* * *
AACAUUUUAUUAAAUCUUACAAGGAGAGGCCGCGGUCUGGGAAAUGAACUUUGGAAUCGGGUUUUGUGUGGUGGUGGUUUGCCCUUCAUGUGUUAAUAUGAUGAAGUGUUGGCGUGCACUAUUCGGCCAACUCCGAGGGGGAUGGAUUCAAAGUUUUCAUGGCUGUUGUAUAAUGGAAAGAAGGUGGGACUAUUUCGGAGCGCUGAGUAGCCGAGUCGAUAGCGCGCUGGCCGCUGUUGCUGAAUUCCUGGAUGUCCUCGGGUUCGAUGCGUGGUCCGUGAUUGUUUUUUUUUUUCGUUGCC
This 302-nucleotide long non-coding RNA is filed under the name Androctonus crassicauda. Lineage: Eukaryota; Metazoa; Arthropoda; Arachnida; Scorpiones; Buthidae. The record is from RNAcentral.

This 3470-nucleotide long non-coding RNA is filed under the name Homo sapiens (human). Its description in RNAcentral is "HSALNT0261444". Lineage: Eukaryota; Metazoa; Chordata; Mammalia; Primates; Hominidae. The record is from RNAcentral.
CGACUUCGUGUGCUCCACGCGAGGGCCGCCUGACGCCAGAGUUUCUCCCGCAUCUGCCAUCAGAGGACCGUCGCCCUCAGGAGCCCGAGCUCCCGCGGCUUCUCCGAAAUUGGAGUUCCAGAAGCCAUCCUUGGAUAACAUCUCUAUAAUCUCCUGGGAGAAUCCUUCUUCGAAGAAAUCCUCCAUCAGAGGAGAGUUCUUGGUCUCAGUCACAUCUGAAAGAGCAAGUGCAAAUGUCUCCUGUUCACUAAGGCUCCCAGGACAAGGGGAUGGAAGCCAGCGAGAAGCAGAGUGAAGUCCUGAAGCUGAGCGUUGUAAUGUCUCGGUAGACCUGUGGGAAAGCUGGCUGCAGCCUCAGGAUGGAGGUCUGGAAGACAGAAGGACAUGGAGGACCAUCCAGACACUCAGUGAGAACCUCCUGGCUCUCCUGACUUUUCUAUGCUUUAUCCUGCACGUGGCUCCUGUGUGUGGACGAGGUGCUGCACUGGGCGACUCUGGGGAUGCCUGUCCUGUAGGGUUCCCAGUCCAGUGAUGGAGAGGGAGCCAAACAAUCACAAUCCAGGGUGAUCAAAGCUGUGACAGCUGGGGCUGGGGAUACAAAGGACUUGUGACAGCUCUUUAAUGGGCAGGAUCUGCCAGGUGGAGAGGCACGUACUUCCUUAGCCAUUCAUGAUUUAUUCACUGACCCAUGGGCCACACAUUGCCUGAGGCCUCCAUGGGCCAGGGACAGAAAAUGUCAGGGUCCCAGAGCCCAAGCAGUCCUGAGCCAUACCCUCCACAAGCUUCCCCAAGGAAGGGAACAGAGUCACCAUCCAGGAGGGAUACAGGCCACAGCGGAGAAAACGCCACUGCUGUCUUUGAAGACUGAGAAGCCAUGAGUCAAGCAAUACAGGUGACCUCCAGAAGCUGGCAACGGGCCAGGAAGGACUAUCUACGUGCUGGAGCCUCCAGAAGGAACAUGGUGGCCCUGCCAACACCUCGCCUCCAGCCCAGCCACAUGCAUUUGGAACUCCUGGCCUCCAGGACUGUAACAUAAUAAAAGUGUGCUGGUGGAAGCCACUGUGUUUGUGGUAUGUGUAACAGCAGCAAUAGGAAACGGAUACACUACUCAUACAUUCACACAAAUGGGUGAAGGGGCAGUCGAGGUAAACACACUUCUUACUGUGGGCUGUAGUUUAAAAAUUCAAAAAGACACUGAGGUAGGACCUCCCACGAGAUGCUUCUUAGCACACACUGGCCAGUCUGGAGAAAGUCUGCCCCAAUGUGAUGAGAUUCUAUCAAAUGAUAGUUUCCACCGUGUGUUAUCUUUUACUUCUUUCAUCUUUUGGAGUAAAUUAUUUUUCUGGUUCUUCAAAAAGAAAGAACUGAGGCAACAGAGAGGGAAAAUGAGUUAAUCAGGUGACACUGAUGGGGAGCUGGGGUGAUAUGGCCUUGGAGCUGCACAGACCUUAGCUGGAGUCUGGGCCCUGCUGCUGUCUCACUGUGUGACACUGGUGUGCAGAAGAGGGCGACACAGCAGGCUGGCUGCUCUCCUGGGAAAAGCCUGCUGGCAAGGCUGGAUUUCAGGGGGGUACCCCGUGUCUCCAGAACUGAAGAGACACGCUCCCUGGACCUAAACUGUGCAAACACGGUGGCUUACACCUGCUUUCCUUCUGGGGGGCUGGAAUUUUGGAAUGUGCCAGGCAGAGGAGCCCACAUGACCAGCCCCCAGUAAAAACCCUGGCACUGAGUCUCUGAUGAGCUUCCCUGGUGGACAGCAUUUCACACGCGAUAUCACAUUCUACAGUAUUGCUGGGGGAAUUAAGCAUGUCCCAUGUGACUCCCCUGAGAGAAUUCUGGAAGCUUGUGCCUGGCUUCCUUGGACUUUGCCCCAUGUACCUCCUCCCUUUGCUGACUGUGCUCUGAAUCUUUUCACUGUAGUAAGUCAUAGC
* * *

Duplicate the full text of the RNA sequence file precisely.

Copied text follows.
AACAUUUUAUUAAAUCUUACAAGGAGAGGCCGCGGUCUGGGAAAUGAACUUUGGAAUCGGGUUUUGUGUGGUGGUGGUUUGCCCUUCAUGUGUUAAUAUGAUGAAGUGUUGGCGUGCACUAUUCGGCCAACUCCGAGGGGGAUGGAUUCAAAGUUUUCAUGGCUGUUGUAUAAUGGAAAGAAGGUGGGACUAUUUCGGAGCGCUGAGUAGCCGAGUCGAUAGCGCGCUGGCCGCUGUUGCUGAAUUCCUGGAUGUCCUCGGGUUCGAUGCGUGGUCCGUGAUUGUUUUUUUUUUUCGUUGCC
This 302-nucleotide long non-coding RNA is filed under the name Androctonus crassicauda. Lineage: Eukaryota; Metazoa; Arthropoda; Arachnida; Scorpiones; Buthidae. The record is from RNAcentral.

This 3470-nucleotide long non-coding RNA is filed under the name Homo sapiens (human). Its description in RNAcentral is "HSALNT0261444". Lineage: Eukaryota; Metazoa; Chordata; Mammalia; Primates; Hominidae. The record is from RNAcentral.
CGACUUCGUGUGCUCCACGCGAGGGCCGCCUGACGCCAGAGUUUCUCCCGCAUCUGCCAUCAGAGGACCGUCGCCCUCAGGAGCCCGAGCUCCCGCGGCUUCUCCGAAAUUGGAGUUCCAGAAGCCAUCCUUGGAUAACAUCUCUAUAAUCUCCUGGGAGAAUCCUUCUUCGAAGAAAUCCUCCAUCAGAGGAGAGUUCUUGGUCUCAGUCACAUCUGAAAGAGCAAGUGCAAAUGUCUCCUGUUCACUAAGGCUCCCAGGACAAGGGGAUGGAAGCCAGCGAGAAGCAGAGUGAAGUCCUGAAGCUGAGCGUUGUAAUGUCUCGGUAGACCUGUGGGAAAGCUGGCUGCAGCCUCAGGAUGGAGGUCUGGAAGACAGAAGGACAUGGAGGACCAUCCAGACACUCAGUGAGAACCUCCUGGCUCUCCUGACUUUUCUAUGCUUUAUCCUGCACGUGGCUCCUGUGUGUGGACGAGGUGCUGCACUGGGCGACUCUGGGGAUGCCUGUCCUGUAGGGUUCCCAGUCCAGUGAUGGAGAGGGAGCCAAACAAUCACAAUCCAGGGUGAUCAAAGCUGUGACAGCUGGGGCUGGGGAUACAAAGGACUUGUGACAGCUCUUUAAUGGGCAGGAUCUGCCAGGUGGAGAGGCACGUACUUCCUUAGCCAUUCAUGAUUUAUUCACUGACCCAUGGGCCACACAUUGCCUGAGGCCUCCAUGGGCCAGGGACAGAAAAUGUCAGGGUCCCAGAGCCCAAGCAGUCCUGAGCCAUACCCUCCACAAGCUUCCCCAAGGAAGGGAACAGAGUCACCAUCCAGGAGGGAUACAGGCCACAGCGGAGAAAACGCCACUGCUGUCUUUGAAGACUGAGAAGCCAUGAGUCAAGCAAUACAGGUGACCUCCAGAAGCUGGCAACGGGCCAGGAAGGACUAUCUACGUGCUGGAGCCUCCAGAAGGAACAUGGUGGCCCUGCCAACACCUCGCCUCCAGCCCAGCCACAUGCAUUUGGAACUCCUGGCCUCCAGGACUGUAACAUAAUAAAAGUGUGCUGGUGGAAGCCACUGUGUUUGUGGUAUGUGUAACAGCAGCAAUAGGAAACGGAUACACUACUCAUACAUUCACACAAAUGGGUGAAGGGGCAGUCGAGGUAAACACACUUCUUACUGUGGGCUGUAGUUUAAAAAUUCAAAAAGACACUGAGGUAGGACCUCCCACGAGAUGCUUCUUAGCACACACUGGCCAGUCUGGAGAAAGUCUGCCCCAAUGUGAUGAGAUUCUAUCAAAUGAUAGUUUCCACCGUGUGUUAUCUUUUACUUCUUUCAUCUUUUGGAGUAAAUUAUUUUUCUGGUUCUUCAAAAAGAAAGAACUGAGGCAACAGAGAGGGAAAAUGAGUUAAUCAGGUGACACUGAUGGGGAGCUGGGGUGAUAUGGCCUUGGAGCUGCACAGACCUUAGCUGGAGUCUGGGCCCUGCUGCUGUCUCACUGUGUGACACUGGUGUGCAGAAGAGGGCGACACAGCAGGCUGGCUGCUCUCCUGGGAAAAGCCUGCUGGCAAGGCUGGAUUUCAGGGGGGUACCCCGUGUCUCCAGAACUGAAGAGACACGCUCCCUGGACCUAAACUGUGCAAACACGGUGGCUUACACCUGCUUUCCUUCUGGGGGGCUGGAAUUUUGGAAUGUGCCAGGCAGAGGAGCCCACAUGACCAGCCCCCAGUAAAAACCCUGGCACUGAGUCUCUGAUGAGCUUCCCUGGUGGACAGCAUUUCACACGCGAUAUCACAUUCUACAGUAUUGCUGGGGGAAUUAAGCAUGUCCCAUGUGACUCCCCUGAGAGAAUUCUGGAAGCUUGUGCCUGGCUUCCUUGGACUUUGCCCCAUGUACCUCCUCCCUUUGCUGACUGUGCUCUGAAUCUUUUCACUGUAGUAAGUCAUAGC